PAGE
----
Leadership skills are forged during crises, and the past couple of years has challenged even the most effective managers. With the advent of digital-first work and evolving expectations of employees, this new work environment has compelled leaders to change their approach.
Zendesk’s Women in Leadership (WiL) series recently explored some of these challenges in an event focusing on effective change management. Top executive coach Libby Gill delivered the keynote on “Leading with impact: Manage complex challenges with executive presence.” She was then joined by Tina Dobie, chief customer officer at Calendly, and Felicia Jones, managing director at Accenture, for a panel discussion about becoming more agile and purposeful change leaders. Zendesk’s own Caitlin Keohane, senior vice president of global customer advocacy, hosted the event.
Big change energy
The only constant is change. But when there is too much change in an organization, leaders and their teams often suffer from ‘change fatigue.’ The challenge for leaders is to keep motivation high and transform this into ‘change energy.’
“Recognizing ‘change fatigue’ comes with knowing your team,” said Dobie. “If there’s someone I have not talked to in a while, I check in and say, ‘Hey, how are you doing?’ Because I want to create that open environment for people when they feel overwhelmed—and they want to talk with someone.”
Gill suggests that leaders keep an eye on worker burnout—especially if they work long hours from home. “We need to insist on personal time off, vacation time, and mental health check-ins,” said Gill.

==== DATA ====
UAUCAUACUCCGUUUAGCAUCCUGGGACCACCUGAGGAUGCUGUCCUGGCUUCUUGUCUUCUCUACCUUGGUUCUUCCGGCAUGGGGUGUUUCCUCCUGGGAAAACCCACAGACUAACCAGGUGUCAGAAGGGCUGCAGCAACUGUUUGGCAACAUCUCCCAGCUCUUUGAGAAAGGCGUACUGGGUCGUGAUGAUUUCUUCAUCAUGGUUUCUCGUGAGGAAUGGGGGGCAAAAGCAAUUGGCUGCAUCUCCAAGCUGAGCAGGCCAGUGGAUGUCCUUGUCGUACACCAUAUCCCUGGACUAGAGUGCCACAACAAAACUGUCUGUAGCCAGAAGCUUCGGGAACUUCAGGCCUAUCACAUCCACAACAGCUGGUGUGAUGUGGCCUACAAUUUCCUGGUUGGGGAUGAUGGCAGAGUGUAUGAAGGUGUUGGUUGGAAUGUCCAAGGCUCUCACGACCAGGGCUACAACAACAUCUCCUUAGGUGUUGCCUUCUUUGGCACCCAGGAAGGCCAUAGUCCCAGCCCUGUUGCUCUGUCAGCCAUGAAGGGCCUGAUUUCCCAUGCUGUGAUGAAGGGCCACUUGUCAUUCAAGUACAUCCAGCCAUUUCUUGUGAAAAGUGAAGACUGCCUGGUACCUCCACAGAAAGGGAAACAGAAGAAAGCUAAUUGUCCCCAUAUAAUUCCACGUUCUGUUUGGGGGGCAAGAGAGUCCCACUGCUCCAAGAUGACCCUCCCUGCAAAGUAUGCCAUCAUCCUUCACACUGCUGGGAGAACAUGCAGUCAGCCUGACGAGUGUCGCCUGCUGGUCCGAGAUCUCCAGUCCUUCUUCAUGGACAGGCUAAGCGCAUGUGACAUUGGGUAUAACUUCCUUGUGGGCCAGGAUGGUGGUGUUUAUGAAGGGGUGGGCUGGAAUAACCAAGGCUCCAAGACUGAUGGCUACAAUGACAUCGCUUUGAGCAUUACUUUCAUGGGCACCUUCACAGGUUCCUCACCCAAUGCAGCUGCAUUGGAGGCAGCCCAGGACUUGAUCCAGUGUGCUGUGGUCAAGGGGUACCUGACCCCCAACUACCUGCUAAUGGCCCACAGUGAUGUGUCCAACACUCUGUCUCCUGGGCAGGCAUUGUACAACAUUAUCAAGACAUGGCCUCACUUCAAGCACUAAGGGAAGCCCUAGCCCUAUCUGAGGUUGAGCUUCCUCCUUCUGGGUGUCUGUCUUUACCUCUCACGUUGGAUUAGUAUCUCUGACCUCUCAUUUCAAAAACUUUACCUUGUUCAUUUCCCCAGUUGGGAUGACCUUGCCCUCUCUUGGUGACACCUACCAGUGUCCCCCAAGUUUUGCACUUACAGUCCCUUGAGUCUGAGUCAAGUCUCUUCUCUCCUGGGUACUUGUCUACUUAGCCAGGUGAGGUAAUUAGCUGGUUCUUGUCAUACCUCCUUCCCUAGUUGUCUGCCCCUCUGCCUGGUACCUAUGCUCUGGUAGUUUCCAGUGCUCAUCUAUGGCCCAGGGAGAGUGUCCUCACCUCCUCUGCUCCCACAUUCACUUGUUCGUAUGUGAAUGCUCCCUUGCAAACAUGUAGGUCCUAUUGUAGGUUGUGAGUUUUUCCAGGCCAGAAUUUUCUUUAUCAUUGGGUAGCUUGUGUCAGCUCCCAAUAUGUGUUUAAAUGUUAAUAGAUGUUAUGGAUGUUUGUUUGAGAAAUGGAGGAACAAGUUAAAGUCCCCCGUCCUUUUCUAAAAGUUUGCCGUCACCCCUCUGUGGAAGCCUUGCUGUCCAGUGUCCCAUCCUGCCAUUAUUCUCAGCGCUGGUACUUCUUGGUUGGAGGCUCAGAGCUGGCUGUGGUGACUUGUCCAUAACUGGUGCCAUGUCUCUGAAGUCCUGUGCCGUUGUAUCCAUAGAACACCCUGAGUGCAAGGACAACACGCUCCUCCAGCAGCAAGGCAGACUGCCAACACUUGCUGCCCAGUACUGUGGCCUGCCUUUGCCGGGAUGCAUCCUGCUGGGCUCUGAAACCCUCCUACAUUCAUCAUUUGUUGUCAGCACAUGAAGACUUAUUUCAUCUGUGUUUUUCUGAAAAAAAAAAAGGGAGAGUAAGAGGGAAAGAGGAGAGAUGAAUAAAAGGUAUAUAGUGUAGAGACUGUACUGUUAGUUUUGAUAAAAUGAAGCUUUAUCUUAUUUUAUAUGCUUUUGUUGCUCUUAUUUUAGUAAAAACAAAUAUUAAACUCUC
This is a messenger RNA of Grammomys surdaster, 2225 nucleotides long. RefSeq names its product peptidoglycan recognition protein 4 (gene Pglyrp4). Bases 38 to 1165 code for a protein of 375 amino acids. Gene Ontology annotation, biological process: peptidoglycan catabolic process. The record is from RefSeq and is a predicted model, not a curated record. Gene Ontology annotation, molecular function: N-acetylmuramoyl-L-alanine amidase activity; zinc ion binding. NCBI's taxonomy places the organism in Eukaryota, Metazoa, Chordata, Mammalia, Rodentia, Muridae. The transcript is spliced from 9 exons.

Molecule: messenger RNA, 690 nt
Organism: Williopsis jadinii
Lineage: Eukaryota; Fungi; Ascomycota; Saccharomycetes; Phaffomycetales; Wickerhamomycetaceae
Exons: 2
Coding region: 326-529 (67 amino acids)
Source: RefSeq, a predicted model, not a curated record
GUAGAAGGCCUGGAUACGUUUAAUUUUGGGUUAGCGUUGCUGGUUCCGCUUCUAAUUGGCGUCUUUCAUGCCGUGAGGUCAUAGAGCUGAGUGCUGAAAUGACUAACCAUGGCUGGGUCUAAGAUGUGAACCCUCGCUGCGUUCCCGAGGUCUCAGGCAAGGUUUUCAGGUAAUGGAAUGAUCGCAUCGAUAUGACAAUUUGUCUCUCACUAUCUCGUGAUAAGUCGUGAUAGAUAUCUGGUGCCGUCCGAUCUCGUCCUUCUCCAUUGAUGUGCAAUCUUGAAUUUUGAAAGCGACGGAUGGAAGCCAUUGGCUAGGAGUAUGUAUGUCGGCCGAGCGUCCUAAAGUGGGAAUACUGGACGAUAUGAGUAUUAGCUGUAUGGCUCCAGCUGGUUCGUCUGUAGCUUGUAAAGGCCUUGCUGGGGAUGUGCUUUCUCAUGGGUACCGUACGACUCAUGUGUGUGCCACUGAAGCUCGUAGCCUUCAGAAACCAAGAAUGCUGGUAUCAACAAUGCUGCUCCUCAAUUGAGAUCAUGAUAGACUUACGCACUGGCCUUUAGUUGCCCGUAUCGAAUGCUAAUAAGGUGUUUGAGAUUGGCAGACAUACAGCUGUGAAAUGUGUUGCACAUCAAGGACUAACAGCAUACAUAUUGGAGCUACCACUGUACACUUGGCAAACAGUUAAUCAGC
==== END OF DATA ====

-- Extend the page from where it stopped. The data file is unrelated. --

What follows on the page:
Dobie adds that even small check-ins over Slack can help keep workers’ energy up. “It is easier to do virtually because we have the tools to communicate really quickly,” she said.
Women are well-equipped to handle change
Women make up close to half of the US workforce, and for many, it should be no surprise that women leaders rank better than their male counterparts in how they respond to a crisis.
A Harvard Business Review analysis shows that women leaders frequently prioritize risk-taking, favoring new strategies and embracing change in business strategy.
“I think women are more nurturing, and it’s easy for us to show compassion for people,” said Jones. “We feel better when we pull people in and work together. When we’re aware of our strength and don’t try to lead like our male counterparts, that’s when we shine.”
Pew Research also found that women in business scored higher than men on many important leadership qualities, including resilience and results-driven attitudes. Women also earned top marks for motivation, bold leadership, and teamwork.
Dobie added, “Context is so important, especially in times of change. As women, I feel like we’re intentional about setting the context for what’s going to happen with a strategic change or shift. We do a good job spelling out implications and communicating what’s to come.”
The change checklist
Organizational change has to start somewhere—but where? Gill believes it is smart to start small. “I have my clients set a yearly vision, and then begin to break that down into quarterly components,” explained Gill. “I run my business with 90-day plans—and those little steps add to big changes over time.”
Gill’s change checklist suggests leaders ask themselves five questions before they implement any changes in their organization:
Why is change necessary?
How do we prepare for change?
What is the roadmap for change?
Is the process culture-aligned?
How will we measure success?
Zendesk’s commitment to women in leadership
Want to lead a remote workforce more intelligently while gaining the necessary visibility necessary to the next level? Join us for our upcoming Women in Leadership event on December 6, 2022, on Standing out in a digital world: Keys to thriving professionally as a leader.
To learn more about Zendesk’s Women in Leadership series, sign up to be a part of the community here.